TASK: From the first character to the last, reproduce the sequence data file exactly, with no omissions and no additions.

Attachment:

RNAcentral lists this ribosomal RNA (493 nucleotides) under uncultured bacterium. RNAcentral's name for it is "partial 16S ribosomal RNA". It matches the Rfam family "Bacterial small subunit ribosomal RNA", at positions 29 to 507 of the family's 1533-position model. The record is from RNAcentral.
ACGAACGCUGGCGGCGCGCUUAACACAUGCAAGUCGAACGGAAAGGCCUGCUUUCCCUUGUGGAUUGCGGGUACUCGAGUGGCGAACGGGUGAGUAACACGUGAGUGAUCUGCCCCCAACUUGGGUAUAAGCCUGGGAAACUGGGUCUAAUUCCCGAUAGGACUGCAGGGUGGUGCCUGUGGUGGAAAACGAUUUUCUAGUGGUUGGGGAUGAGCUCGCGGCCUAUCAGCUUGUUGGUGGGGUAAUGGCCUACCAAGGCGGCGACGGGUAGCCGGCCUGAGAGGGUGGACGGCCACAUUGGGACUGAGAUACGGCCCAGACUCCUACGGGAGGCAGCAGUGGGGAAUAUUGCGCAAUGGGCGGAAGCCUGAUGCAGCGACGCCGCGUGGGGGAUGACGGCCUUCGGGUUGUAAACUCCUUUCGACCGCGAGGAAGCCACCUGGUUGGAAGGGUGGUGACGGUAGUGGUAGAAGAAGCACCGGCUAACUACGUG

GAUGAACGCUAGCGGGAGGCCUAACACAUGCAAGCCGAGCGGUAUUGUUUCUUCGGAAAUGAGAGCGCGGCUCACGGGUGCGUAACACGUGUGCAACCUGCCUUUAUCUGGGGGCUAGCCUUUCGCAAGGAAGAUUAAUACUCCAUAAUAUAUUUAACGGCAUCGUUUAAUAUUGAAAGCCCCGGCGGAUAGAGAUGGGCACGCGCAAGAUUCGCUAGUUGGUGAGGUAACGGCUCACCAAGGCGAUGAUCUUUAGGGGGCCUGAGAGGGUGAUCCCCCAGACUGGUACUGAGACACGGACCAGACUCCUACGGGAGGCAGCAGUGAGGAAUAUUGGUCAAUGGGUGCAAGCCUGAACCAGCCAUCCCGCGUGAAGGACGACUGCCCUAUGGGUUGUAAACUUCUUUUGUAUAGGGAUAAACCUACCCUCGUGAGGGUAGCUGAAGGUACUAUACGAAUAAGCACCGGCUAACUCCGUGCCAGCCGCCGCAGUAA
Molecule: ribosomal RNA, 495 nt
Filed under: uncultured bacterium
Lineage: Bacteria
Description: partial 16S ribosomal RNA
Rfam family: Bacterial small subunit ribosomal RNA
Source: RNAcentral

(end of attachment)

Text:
RNAcentral lists this ribosomal RNA (493 nucleotides) under uncultured bacterium. RNAcentral's name for it is "partial 16S ribosomal RNA". It matches the Rfam family "Bacterial small subunit ribosomal RNA", at positions 29 to 507 of the family's 1533-position model. The record is from RNAcentral.
ACGAACGCUGGCGGCGCGCUUAACACAUGCAAGUCGAACGGAAAGGCCUGCUUUCCCUUGUGGAUUGCGGGUACUCGAGUGGCGAACGGGUGAGUAACACGUGAGUGAUCUGCCCCCAACUUGGGUAUAAGCCUGGGAAACUGGGUCUAAUUCCCGAUAGGACUGCAGGGUGGUGCCUGUGGUGGAAAACGAUUUUCUAGUGGUUGGGGAUGAGCUCGCGGCCUAUCAGCUUGUUGGUGGGGUAAUGGCCUACCAAGGCGGCGACGGGUAGCCGGCCUGAGAGGGUGGACGGCCACAUUGGGACUGAGAUACGGCCCAGACUCCUACGGGAGGCAGCAGUGGGGAAUAUUGCGCAAUGGGCGGAAGCCUGAUGCAGCGACGCCGCGUGGGGGAUGACGGCCUUCGGGUUGUAAACUCCUUUCGACCGCGAGGAAGCCACCUGGUUGGAAGGGUGGUGACGGUAGUGGUAGAAGAAGCACCGGCUAACUACGUG

GAUGAACGCUAGCGGGAGGCCUAACACAUGCAAGCCGAGCGGUAUUGUUUCUUCGGAAAUGAGAGCGCGGCUCACGGGUGCGUAACACGUGUGCAACCUGCCUUUAUCUGGGGGCUAGCCUUUCGCAAGGAAGAUUAAUACUCCAUAAUAUAUUUAACGGCAUCGUUUAAUAUUGAAAGCCCCGGCGGAUAGAGAUGGGCACGCGCAAGAUUCGCUAGUUGGUGAGGUAACGGCUCACCAAGGCGAUGAUCUUUAGGGGGCCUGAGAGGGUGAUCCCCCAGACUGGUACUGAGACACGGACCAGACUCCUACGGGAGGCAGCAGUGAGGAAUAUUGGUCAAUGGGUGCAAGCCUGAACCAGCCAUCCCGCGUGAAGGACGACUGCCCUAUGGGUUGUAAACUUCUUUUGUAUAGGGAUAAACCUACCCUCGUGAGGGUAGCUGAAGGUACUAUACGAAUAAGCACCGGCUAACUCCGUGCCAGCCGCCGCAGUAA
Molecule: ribosomal RNA, 495 nt
Filed under: uncultured bacterium
Lineage: Bacteria
Description: partial 16S ribosomal RNA
Rfam family: Bacterial small subunit ribosomal RNA
Source: RNAcentral